There’s an old – relatively speaking of course – quote that says:
There are only two hard things in Computer Science: cache invalidation and naming things.Phil Karlton
Though I think coming up with estimates for completing a task may be a close third (or at least somewhere pretty high on the list).
Having worked as a contractor, in an agency, and in product work, I can say though there may be small variations on how estimates are handled, the basics are the same such that it goes something like this:
- A task is a unit of work to be completed as part of a larger project,
- Each task has a start date,
- Developers are asked to estimate how long it will take to complete said task.
Here’s the thing: There’s usually an ideal goal in mind for when the task should be a completed. If it can be completed in the ideal range, great; if not, then it has to be scoped so that it fits within a reasonable range. Any work left over moves into another phase of work.
So from the outset of the task, we’re expected to estimate how long it will take to complete the the work even though it’s the period in which we know the least amount the problem domain.
This is why estimates are hard.
There are a few caveats to this that I’ll get to in just a moment, but I want to point out that this is simply part of the software development process. I’d say that it’s almost law at this point (but there are plenty of shops and developers that always surprise us, so I perhaps it’s just an unwritten rule that can be broken).
Suffice it to say, estimating tasks is an inevitable part of the job of a developer. As such, it helps to know what it actually entails and it helps to have some suggestions on how accurately estimate a task.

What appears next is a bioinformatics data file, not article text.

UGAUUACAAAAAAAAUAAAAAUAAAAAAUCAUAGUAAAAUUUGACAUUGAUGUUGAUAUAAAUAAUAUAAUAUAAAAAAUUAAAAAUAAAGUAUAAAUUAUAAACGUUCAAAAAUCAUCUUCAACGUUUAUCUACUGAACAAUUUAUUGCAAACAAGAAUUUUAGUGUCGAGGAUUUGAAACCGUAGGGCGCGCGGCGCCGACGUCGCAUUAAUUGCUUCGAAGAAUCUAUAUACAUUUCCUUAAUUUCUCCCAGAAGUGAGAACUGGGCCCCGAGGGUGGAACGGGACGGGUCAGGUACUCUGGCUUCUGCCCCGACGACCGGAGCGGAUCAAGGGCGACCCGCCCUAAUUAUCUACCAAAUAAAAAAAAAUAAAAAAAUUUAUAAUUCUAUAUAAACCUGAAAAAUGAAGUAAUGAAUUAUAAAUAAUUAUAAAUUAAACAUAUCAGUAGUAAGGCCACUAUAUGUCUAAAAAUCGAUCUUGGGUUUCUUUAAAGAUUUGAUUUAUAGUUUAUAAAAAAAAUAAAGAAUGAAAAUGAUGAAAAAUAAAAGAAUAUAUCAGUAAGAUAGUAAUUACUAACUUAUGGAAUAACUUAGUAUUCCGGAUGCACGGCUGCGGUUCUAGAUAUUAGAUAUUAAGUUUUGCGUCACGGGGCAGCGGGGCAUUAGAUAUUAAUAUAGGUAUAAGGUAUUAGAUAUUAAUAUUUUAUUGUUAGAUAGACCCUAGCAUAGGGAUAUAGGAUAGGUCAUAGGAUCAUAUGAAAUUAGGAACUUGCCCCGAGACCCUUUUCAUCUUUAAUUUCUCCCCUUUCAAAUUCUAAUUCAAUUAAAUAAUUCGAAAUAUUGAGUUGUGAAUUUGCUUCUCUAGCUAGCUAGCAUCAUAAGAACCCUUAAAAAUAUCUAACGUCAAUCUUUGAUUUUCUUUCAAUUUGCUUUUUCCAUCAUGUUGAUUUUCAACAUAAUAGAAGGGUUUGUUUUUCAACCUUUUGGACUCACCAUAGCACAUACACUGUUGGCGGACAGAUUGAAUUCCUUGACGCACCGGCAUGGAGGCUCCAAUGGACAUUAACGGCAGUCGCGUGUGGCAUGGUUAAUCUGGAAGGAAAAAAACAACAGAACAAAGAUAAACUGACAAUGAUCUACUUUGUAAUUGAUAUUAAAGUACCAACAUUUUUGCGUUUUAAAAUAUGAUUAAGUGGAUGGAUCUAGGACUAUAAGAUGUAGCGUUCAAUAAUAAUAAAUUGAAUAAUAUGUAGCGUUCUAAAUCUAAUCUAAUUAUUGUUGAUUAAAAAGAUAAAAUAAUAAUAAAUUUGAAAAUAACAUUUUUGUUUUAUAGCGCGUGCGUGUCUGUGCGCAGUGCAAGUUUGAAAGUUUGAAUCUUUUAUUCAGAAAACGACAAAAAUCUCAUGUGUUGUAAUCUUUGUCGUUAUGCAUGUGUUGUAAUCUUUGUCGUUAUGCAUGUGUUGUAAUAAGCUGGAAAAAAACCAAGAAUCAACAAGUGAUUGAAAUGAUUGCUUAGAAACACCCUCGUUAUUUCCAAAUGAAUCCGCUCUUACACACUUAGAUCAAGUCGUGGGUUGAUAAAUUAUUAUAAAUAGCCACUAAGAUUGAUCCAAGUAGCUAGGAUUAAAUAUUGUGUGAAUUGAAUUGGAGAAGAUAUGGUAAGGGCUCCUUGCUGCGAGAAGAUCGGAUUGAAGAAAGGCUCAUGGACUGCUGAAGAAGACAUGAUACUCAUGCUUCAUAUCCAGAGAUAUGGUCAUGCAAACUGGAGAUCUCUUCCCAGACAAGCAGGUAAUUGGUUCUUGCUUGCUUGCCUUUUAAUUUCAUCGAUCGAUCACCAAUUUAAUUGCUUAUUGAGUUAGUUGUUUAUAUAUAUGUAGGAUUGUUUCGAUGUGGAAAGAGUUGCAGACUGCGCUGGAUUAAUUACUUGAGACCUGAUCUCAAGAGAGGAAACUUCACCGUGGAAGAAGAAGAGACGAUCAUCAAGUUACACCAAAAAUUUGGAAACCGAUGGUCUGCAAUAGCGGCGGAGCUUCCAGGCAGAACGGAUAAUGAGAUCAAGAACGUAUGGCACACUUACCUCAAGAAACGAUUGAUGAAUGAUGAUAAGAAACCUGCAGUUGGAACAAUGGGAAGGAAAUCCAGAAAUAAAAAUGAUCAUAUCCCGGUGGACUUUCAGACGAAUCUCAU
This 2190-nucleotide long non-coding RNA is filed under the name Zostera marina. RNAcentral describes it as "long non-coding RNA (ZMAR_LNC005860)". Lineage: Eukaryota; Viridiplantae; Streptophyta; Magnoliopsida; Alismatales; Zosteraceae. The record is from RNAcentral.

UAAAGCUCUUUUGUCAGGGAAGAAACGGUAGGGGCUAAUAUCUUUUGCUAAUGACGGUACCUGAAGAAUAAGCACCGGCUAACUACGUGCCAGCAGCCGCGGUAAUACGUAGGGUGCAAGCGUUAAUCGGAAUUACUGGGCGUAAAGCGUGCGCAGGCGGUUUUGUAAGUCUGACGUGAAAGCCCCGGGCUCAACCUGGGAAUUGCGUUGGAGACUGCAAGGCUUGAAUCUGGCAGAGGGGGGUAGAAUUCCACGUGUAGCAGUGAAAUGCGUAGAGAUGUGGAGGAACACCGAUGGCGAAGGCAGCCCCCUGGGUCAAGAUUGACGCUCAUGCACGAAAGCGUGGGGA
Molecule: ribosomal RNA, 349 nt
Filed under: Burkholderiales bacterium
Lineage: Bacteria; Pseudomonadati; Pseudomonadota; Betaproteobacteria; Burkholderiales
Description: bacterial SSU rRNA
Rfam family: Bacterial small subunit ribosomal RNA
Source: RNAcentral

How to Estimate Writing Code
Depending on which type of software development lifecycle you and/or your team use, the way tasks are estimated may be different but they are different nonetheless.
- The Waterfall Method usually has phases each with its own plan that cascade down into the next phase.
- An Agile Method will use something like sprints that then will use some type of measurement (perhaps story points or days or hours) to estimate how long a task will take and then a sprint will only consist of a set number of story points. If a task exceeds that maximum amount of points, it’s either re-scoped or moved to the next sprint.
- The Iterative Model works something like creating an MVP and then slowly working to improve upon the base (though how long each team wants to spend on working up from the MVP varies).
- And so on.
There are many models that exist within software development but the one thing they all have in common is this:
- Everything that needs to be built can be reduced to a task and a task can be measured in a unit relative to the project.
- Whoever your stakeholders may be have an ideal number for the units they think are reasonable and they will often vary from what you, as a developer, think is reasonable.
This is where I whole-heartedly agree with the original article. It states:
Business revolves around numbers. Every project has its cost, and to calculate the cost, management needs to estimate how long it will take to build a certain feature
So, as far as this article is concerned, this leaves two questions:
- What are the caveats mentioned earlier in the article?
- How do we accurately determine estimates?
Whenever I think of someone responsible for building software, I think of people who are working with a consistent set of tools and a tech stack with which they know well.
For some, this may be the Microsoft stack of SQL Server, .NET, and whatever frontend tooling they are using (perhaps its a native GUI or a webpage). For others, this may be MySQL, PHP, and something to render user interface components within a browser.
And even each of those have their own subset of technologies they use. My point, though, is that developers usually have a set of technologies they use to build the solutions for which they are tasked. These technologies are used day-to-day in their job and are primarily how they build their solutions. (This is why we hear if someone is a “Microsoft shop” or a “Laravel shop” or whatever term you want to use.)